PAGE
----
Sermons

Summary: We have not because we ask not. There is power in persistent prayer.

The Power of Persistent Prayer

James 5:13ff Luke 18:1-18

Recently there has been much information in the media about the Islamic faith. You might have learned more about the Muslims in the last year than you did all the rest of your life. I was interested to learn about one of their “Five Pillars of Faith,” the binding rules of conduct in this extremely disciplined religion. Five times each day, orthodox Islamic believers bow in prayer. Once in the morning, at noon, once in the late afternoon, once at sunset, and right before they retire for bed, they have prayer. They kneel, place their foreheads to the ground and offer their prayers toward their holiest city of Mecca, the home of Mohammad. It is quite a unifying ritual for them, knowing that all over the world Moslems are doing the same thing, bowing toward the same holy place.

I could not help but think of that Muslim practice when I read James 5:13-18. Applying this to the Christian, it would be Christians, wherever we are and whatever we are doing, coming to a time of prayer. Now certainly our prayer is different. It is not a five time a day fixed ritual. Our physical position is not fixed, nor is our prayer directed toward Mohammad as our intercessor. However, there is something to be said for that facing the same direction. Not toward a city or a particular holy place, but toward the one who created the Universe. In the verses that we are looking at this morning James is urging us wherever we are, whatever our situation, to come together and face God in prayer. What a tremendous challenge!

The Jews had a similar tradition, they would gather, if they were in Jerusalem, at the Temple courts to pray. The time was usually around 3 in the afternoon. The Apostles took advantage of that time of gathering to teach the people about Jesus. I am not recommending a particular place, nor am I recommending a particular time. I am recommending, persistent, humble, heartfelt prayer.

Don’t miss what James is saying here. No matter the situation, you need to be facing God, communicating freely with Him. Martin Luther said, “As it is the business of tailors to make clothes and of cobblers to mend shoes, so it is the business of Christians to pray.” In this passage, James highlights several different scenarios when we need to turn our face toward God in prayer.

Why is persistent prayer a problem?

There are no small matters in which we should not pray about. Anytime we have a decision to make, it would be a good idea to bring in the Father into the decision making process. Prayer is open communication with the Creator of the Universe in a Father/child like relationship/conversation. There are no matters too small for us to talk about with our children, therefore there should be no matters to small for us to talk about with our Father.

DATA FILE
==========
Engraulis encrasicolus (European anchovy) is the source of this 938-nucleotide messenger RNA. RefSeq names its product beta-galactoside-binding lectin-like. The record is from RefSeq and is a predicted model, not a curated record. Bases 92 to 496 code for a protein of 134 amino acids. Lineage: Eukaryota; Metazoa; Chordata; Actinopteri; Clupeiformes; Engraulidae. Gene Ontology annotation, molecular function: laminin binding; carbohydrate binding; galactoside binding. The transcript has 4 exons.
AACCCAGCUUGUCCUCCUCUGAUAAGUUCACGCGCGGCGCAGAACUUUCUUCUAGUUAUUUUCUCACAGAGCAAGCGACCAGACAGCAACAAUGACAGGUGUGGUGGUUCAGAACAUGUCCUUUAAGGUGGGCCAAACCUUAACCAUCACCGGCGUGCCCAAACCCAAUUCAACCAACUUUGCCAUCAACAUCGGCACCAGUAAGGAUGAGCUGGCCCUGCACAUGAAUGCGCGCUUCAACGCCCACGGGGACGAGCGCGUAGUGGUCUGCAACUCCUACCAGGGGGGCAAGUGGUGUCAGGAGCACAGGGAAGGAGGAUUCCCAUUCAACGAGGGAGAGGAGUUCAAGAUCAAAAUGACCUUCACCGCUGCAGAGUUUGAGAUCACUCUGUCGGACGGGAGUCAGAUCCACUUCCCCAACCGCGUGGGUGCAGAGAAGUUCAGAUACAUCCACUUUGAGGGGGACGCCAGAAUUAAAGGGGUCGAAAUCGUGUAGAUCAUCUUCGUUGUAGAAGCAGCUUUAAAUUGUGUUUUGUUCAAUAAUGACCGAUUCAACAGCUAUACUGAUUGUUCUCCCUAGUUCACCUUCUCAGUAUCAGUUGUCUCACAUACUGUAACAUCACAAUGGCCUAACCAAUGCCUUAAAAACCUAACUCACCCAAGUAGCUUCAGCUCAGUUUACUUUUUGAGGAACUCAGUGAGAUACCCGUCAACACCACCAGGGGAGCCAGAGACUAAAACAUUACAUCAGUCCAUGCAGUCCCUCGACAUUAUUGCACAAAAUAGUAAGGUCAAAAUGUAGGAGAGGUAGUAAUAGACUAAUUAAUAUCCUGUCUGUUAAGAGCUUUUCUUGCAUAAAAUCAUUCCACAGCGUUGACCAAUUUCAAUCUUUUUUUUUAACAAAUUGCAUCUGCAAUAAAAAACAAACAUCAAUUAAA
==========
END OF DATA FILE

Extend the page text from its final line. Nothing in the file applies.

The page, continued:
Cable television tycoon Ted Turner has often been quoted as being critical of fundamentalist Christianity. Turner made some very revealing remarks at a banquet in Orlando, Fla., in 1990, where he was given an award by the American Humanist Association for his work on behalf of the environment. “Turner said he had a strict Christian upbringing and at one time considered becoming a missionary. "I was saved seven or eight times," the newspaper quoted him as saying. However, he said he became disenchanted with Christianity after his sister died, despite his prayers. [Spokesman-Review, May 1, 1990. www.christianglobe.com/illustrations/prayer unanswered]

Concerning our prayers, probably every one of us has considered giving up on seeing some of our prayers answered. Probably more than just a few of us actually have given up and stopped praying, maybe not altogether, but at least quit praying for certain things. We quit praying because of discouragement and doubt. We quit praying because deep down we sometimes wonder if prayer really makes a difference. So how do we keep going when we feel like bailing out?

Jesus told his disciples a parable about persistent prayer. Luke 18 tells of a woman who pestered a judge to finally giving her justice. The woman wore the judge out. It is not suggesting that we keep bugging God in order to get our way, but to continue to bring our petitions before the Lord. James tells us there are two reasons why we do not get.

1. We don’t ask

2. We ask with the wrong motive.

More on this later.

In Luke 18 Jesus is telling us not to give up. In his book “the Parables of Jesus” James Montgomery Boice told of the story of Evangelist George Mueller. “George Mueller, the founder of a great Christian orphanage work in England in the 1800’s, was a powerful man of prayer. He knew the importance of keeping at prayer even when the answer seemed delayed. When he was young, he began praying that two of his friends might be saved. He prayed for them for more than sixty years. One of the men was converted shortly before his death at what was probably the last service Mueller held. The other was saved within a year of his death.” What do you think would have happened had Mueller given up.

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